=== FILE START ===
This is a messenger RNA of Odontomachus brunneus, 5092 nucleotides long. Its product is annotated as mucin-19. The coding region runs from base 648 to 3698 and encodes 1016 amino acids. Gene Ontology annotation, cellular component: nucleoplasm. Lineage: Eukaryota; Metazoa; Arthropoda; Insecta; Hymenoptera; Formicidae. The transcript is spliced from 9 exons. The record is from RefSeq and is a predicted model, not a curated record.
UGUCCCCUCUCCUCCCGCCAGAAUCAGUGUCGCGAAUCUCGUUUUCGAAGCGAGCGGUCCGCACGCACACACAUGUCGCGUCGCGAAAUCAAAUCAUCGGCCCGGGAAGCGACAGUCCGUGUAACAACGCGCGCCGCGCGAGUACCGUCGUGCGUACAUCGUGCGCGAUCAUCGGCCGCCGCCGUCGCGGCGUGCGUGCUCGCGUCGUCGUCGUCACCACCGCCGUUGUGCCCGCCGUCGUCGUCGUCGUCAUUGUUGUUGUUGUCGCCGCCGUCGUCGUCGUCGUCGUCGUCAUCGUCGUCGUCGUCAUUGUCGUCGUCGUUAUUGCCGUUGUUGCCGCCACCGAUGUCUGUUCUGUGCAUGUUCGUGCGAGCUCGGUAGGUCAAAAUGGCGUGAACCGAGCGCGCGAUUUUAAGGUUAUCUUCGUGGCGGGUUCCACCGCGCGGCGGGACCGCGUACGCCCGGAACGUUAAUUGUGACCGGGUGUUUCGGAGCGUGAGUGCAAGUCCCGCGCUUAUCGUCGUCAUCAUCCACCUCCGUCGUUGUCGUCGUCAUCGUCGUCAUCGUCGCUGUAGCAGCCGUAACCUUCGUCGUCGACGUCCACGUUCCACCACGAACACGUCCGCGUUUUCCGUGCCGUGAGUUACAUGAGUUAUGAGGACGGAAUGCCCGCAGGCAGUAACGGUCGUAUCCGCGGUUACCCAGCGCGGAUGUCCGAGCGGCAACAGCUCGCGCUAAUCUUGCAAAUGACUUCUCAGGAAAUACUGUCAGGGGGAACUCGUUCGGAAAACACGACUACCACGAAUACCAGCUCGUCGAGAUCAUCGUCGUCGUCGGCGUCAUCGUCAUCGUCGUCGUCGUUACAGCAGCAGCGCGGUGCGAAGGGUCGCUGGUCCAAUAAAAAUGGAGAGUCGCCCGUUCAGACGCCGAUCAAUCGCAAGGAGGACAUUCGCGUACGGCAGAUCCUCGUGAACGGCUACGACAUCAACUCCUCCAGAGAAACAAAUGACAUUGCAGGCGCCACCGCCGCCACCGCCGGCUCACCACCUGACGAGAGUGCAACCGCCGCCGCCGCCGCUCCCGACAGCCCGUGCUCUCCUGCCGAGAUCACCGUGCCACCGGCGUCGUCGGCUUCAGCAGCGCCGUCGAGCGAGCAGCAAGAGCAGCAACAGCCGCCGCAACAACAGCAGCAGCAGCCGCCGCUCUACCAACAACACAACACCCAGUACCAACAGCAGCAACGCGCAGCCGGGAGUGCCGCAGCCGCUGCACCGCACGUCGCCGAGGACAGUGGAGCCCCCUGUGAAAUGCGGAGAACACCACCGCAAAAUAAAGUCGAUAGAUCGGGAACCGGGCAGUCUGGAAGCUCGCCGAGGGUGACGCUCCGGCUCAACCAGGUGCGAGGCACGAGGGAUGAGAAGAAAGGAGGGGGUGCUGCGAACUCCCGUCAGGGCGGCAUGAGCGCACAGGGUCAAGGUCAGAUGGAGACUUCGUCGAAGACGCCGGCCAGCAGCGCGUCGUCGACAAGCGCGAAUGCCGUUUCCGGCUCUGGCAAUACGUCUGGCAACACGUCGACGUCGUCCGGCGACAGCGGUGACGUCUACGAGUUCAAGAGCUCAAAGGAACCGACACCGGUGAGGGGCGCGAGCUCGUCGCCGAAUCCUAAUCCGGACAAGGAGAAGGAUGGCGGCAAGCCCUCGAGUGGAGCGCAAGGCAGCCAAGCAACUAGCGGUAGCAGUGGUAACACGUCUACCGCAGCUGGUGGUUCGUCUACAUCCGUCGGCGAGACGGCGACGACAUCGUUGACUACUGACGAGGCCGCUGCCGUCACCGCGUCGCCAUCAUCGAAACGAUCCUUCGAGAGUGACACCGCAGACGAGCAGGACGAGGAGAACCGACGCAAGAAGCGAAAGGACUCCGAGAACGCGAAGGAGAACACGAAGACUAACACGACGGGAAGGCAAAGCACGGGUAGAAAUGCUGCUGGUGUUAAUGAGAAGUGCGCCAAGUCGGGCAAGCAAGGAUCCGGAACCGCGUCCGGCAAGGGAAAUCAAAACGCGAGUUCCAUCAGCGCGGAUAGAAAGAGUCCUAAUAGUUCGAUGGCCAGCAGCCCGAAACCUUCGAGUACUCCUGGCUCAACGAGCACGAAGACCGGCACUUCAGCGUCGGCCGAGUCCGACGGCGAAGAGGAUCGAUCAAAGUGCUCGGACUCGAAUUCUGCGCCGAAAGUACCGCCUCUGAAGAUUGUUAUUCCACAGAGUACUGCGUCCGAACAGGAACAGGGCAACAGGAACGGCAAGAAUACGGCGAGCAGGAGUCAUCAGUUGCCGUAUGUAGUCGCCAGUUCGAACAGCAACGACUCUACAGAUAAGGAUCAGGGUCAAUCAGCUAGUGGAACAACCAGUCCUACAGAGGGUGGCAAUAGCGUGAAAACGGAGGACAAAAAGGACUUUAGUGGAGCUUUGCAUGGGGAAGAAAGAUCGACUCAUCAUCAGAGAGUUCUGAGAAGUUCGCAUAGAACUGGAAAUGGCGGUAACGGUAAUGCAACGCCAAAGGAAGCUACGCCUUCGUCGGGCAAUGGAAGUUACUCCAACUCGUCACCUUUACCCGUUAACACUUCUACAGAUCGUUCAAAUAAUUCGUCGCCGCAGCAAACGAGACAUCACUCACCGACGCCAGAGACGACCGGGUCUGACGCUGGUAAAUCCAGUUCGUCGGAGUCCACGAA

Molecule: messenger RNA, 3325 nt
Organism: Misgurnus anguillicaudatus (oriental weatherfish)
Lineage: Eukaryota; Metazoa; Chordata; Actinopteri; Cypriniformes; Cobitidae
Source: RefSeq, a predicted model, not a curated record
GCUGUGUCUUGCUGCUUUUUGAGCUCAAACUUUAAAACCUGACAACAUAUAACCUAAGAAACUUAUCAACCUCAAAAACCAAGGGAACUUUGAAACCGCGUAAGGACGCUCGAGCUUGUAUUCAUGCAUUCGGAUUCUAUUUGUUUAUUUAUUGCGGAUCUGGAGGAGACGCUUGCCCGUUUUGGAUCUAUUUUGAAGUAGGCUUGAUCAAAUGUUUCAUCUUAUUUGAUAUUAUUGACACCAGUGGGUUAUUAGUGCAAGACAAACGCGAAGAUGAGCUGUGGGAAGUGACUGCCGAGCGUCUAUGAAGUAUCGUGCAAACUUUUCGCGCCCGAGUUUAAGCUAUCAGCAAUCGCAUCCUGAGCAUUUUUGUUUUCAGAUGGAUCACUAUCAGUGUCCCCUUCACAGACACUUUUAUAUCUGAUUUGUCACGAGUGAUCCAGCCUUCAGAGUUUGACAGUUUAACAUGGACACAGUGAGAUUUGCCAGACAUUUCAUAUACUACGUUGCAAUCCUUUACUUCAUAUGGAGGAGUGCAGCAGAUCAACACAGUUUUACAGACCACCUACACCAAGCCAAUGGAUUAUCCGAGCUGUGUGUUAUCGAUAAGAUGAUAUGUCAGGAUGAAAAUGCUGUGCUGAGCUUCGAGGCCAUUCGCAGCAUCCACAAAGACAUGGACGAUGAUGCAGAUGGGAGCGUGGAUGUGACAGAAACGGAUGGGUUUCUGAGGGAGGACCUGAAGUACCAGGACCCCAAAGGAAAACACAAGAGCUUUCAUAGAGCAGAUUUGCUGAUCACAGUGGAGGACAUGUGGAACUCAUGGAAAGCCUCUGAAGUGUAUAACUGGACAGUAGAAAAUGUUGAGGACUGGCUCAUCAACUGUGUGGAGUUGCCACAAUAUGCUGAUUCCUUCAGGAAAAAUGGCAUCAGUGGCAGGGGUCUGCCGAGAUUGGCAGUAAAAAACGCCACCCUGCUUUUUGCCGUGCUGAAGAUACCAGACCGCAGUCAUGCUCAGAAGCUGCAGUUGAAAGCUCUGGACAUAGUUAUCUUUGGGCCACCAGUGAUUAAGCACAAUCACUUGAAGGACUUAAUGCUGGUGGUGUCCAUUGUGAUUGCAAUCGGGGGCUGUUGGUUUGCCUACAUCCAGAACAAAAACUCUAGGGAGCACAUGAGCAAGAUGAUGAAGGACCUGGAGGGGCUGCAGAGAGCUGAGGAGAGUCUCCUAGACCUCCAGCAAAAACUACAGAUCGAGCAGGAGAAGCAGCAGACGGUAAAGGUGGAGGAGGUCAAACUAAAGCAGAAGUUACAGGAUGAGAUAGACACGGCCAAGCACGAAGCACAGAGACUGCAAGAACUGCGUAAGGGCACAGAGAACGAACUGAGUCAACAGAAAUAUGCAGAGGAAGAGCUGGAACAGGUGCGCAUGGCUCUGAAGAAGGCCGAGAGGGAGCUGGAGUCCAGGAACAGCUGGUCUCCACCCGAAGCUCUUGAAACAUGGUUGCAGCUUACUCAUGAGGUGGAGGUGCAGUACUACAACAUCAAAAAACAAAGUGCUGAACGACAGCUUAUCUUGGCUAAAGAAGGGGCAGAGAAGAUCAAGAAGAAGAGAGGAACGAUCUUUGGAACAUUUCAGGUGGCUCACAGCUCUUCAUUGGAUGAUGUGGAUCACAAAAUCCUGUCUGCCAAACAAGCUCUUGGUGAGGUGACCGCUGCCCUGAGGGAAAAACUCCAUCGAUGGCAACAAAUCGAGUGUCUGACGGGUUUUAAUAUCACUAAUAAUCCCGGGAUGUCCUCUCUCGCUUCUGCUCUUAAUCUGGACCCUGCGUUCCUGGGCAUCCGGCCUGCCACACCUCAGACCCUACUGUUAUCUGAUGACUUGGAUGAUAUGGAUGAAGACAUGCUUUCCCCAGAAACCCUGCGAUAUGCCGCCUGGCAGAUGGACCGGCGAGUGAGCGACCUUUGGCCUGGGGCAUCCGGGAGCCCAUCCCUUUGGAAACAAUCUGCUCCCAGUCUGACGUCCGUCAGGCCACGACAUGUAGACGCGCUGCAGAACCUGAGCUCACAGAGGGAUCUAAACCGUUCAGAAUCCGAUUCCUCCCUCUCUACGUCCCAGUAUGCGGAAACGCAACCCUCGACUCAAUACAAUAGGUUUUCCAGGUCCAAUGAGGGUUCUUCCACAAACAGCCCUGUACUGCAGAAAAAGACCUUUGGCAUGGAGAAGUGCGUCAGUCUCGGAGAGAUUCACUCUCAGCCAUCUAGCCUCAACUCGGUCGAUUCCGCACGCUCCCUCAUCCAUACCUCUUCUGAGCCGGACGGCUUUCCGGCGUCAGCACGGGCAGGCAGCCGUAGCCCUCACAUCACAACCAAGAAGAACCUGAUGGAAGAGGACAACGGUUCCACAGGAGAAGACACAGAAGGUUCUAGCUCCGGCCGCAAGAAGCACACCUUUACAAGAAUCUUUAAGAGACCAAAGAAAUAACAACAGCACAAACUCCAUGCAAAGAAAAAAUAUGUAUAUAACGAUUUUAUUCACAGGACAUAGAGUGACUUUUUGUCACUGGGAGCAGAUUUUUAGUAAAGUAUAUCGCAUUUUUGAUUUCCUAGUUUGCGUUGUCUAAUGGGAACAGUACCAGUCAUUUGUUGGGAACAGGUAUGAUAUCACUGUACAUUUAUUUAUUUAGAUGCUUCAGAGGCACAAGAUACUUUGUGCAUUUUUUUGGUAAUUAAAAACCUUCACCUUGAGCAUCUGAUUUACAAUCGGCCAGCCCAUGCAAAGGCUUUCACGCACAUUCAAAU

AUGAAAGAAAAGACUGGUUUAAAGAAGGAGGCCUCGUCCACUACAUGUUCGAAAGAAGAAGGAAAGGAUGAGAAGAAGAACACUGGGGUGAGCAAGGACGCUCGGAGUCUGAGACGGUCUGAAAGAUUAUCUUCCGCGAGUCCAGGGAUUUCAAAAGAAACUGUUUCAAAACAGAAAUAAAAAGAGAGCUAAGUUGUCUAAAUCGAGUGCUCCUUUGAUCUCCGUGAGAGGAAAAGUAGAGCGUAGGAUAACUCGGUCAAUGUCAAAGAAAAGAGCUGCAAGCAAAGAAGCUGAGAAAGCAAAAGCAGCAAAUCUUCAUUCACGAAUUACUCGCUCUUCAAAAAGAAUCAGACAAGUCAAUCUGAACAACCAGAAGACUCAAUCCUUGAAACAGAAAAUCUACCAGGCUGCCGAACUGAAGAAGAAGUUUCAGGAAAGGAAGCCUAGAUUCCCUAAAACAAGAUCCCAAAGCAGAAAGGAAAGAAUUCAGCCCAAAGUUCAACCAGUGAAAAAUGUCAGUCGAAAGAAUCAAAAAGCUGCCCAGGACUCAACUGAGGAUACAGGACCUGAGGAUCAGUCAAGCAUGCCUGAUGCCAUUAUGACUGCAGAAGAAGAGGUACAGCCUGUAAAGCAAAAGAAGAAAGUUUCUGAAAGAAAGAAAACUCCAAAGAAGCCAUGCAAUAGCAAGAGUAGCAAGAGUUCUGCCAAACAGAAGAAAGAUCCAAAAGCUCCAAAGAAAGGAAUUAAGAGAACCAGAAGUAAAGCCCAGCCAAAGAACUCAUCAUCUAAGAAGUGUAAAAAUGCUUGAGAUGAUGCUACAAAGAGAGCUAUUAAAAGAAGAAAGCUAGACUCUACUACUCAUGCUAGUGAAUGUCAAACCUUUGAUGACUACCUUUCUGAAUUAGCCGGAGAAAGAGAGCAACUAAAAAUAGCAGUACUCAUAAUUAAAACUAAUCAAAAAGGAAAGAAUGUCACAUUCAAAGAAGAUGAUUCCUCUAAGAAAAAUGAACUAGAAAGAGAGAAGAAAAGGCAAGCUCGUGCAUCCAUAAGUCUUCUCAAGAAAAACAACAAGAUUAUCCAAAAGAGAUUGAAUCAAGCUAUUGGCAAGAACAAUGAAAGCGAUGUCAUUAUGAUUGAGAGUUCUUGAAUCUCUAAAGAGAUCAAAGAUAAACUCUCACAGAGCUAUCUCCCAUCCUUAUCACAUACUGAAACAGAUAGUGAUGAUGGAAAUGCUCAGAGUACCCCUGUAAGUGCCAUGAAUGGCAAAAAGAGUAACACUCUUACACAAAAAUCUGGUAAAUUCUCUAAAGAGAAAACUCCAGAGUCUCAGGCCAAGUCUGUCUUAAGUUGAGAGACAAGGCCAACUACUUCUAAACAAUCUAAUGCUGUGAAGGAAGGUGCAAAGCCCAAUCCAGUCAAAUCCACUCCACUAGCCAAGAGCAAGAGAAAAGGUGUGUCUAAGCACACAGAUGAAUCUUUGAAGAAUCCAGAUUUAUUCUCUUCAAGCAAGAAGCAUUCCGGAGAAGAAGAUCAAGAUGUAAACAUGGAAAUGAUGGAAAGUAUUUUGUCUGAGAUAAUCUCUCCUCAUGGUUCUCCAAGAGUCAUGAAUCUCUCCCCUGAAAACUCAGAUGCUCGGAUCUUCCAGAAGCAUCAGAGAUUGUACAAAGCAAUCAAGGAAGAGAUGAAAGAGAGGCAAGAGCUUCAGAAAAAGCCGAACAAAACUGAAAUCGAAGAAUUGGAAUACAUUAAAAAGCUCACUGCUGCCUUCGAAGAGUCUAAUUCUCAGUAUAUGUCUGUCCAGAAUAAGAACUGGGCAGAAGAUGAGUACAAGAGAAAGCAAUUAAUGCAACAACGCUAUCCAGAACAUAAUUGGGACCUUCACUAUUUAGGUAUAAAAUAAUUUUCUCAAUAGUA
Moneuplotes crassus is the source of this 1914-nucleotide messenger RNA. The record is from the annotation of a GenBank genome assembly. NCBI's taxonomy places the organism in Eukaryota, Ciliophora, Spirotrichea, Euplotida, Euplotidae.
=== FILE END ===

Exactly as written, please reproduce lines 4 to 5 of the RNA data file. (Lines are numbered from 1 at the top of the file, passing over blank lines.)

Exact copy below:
Organism: Misgurnus anguillicaudatus (oriental weatherfish)
Lineage: Eukaryota; Metazoa; Chordata; Actinopteri; Cypriniformes; Cobitidae